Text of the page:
Cattle Council questions fatigue laws


Cattle Council of Australia says fatigue laws are becoming an issue for beef cattle farmers in remote areas

By Michael House

The Cattle Council of Australia says national driver fatigue laws are becoming an issue for beef cattle farmers in remote areas.

Council President Greg Brown says the long distance between depots and the nature of driver’s loads make it hard for drivers to operate.

"It’s very difficult to transport cattle from remote locations in Australia, such as the Northern Territory and Queensland to sale yards or other locations within the legislation on heavy vehicle driver fatigue," Brown says.

Under Basic Fatigue Management (BFM), drivers must stop every five hours and 30 minutes for a rest, while Advanced Fatigue Management (AFM) allows companies to develop their own guidelines.

However, those who do not become accredited in either module must comply with a proscribed 12-hour day which requires drivers to rest every five hours.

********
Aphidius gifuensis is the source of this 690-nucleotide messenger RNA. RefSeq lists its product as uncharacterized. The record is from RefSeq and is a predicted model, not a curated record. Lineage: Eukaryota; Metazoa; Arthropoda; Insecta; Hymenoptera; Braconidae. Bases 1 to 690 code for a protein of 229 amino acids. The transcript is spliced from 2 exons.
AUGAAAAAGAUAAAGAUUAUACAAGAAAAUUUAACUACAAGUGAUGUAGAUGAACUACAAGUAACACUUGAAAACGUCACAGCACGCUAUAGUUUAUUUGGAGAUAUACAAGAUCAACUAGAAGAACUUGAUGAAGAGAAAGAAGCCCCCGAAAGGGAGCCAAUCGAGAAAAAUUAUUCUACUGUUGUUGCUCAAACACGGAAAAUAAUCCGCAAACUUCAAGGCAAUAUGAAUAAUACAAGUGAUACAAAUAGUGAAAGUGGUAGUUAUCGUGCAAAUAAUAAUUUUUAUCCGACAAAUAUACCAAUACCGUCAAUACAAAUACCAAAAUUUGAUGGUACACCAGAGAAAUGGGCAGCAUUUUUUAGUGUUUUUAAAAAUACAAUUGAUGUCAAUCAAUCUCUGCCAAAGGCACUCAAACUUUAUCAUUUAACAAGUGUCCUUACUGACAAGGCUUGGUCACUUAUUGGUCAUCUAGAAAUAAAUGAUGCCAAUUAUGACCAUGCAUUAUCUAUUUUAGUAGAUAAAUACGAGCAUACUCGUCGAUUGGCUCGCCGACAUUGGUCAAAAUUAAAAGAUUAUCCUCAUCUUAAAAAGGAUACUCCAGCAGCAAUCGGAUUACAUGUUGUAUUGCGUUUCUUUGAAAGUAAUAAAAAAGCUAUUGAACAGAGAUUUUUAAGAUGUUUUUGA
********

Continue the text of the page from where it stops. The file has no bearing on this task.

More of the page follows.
Brown says this does not recognise the constraints outback operators must contend with, such as a lack of rest areas and the unpredictability of livestock.

"The concern is that there is not enough flexibility built into them to be practical for those livestock transporters operating in remote areas," he says.

"A livestock carrier transporting stock from Cape York to Mareeba for example, would find the process of transporting cattle highly impractical under the legislation, partly due to the limited options for unloading cattle at rest stops."

Fatigue management laws were introduced in September last year in an effort to reduce driver fatigue.

Under the provisions, all parties involved in the freight task are responsible for managing fatigue and ensuring schedules do not force drivers to work excessive hours.

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